The Sony Hackers Are Probably Still Out There and Still Hacking

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Photo: Ulrich Baumgarten/Getty Images

The disastrous Sony hack that occurred in late 2014 was just one of many attacks that were and continue to be carried out by the same group of hackers. According to new data from malware researchers Juan Andrés Guerrero-Saade and Jaime Blasco, as summarized in Wired, there is a lot of evidence to suggest that the hackers are using the same techniques and code bases across a range of targets.

Using a tool called YARA, which identifies suspicious activity and malware, researchers compiled a “taxonomy” of various types of malware and techniques. “Over the course of more than a year, they collected 400 to 500 malware samples used in attacks now believed to be related,” Wired says, “as well as other digital footprints left behind by the group or groups of hackers behind the attacks.” The hackers also used the same dropper (the code that inserts malware into a computer) in several of their intrusions.

While some similarities noted were simple — a repeated misspelling of “Mozilla” as “Mozillar,” for instance — most of the telltale signs are more technical in nature. Experts identified that hackers were compiling an ever-changing list of sandbox names to watch out for. Sandboxes are computer environments virtually separated from other parts of the machine, and antivirus programs use them to execute and analyze potentially malicious code.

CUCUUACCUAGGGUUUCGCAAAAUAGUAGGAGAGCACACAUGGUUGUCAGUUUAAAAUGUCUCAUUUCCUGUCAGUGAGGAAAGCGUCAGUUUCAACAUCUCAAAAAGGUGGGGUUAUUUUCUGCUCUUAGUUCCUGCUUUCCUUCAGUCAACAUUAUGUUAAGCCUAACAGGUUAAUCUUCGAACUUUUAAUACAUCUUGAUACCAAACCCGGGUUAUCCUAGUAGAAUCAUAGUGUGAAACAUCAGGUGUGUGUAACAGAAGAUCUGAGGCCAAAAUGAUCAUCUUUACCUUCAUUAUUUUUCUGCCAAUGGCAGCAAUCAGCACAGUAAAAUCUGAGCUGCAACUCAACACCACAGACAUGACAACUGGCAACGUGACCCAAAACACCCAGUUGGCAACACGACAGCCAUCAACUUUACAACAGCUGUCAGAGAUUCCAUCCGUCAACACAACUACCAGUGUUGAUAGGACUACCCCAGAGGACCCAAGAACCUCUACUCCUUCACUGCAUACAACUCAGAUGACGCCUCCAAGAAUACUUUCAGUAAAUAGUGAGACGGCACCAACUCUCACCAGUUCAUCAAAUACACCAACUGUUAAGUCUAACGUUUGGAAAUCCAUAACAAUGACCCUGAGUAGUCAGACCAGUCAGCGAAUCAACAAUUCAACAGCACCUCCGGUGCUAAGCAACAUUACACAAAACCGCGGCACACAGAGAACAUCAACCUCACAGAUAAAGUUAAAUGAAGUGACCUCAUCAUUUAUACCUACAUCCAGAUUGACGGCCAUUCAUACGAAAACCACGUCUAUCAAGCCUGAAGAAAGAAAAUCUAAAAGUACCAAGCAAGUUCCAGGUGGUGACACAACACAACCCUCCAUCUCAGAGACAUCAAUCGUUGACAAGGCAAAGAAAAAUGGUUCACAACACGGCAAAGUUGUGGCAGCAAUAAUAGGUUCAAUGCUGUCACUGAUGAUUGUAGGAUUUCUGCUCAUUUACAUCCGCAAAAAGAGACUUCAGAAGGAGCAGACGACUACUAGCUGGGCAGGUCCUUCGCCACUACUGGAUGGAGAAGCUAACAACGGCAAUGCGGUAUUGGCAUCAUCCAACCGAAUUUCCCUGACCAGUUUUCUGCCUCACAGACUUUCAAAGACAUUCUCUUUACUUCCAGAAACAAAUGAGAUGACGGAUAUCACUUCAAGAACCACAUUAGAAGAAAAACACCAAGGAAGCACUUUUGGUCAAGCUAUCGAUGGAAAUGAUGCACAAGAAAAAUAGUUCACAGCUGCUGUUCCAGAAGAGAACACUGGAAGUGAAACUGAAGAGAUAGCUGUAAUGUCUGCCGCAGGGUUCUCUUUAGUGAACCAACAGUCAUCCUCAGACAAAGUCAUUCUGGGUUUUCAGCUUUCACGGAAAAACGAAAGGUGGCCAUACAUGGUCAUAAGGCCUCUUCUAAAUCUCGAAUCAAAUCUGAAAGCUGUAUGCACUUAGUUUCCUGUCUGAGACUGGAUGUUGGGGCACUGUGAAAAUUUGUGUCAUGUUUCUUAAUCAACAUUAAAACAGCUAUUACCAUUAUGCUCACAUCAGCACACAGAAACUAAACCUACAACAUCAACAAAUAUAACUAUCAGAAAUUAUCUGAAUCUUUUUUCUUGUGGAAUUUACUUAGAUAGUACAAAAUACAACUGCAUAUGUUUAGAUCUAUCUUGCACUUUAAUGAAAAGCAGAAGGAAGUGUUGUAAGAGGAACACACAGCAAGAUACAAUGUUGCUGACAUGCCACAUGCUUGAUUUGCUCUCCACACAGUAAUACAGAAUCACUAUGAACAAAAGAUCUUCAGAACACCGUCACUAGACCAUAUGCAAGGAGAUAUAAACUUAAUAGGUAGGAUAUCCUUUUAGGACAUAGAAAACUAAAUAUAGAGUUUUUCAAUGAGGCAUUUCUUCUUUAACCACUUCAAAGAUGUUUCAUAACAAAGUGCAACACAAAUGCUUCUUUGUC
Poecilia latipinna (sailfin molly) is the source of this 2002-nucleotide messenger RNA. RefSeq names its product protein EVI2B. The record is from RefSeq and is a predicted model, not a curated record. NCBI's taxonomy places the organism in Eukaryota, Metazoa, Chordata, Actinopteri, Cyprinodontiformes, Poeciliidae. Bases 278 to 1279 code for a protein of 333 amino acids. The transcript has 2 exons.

The exact identity of whoever is orchestrating the attacks (or how many people or how many groups are involved) is still very unclear, but by connecting the dots between tools they use, the picture gets slightly clearer. While many believe that the Sony hack was executed by or on behalf of North Korea, that has not been definitively proven. There is evidence to suggest that this belief is true, though: An analysis of dozens of intrusions shows that “the adversaries appear to have focused exclusively on targets in South Korea, and they’ve made the mistake several times of leaving Korean language in their files when they compiled their code.”

Still, Guerrero-Saade and Blasco are not in the business of identifying hackers, only studying them. There are a lot of blank spaces left to fill.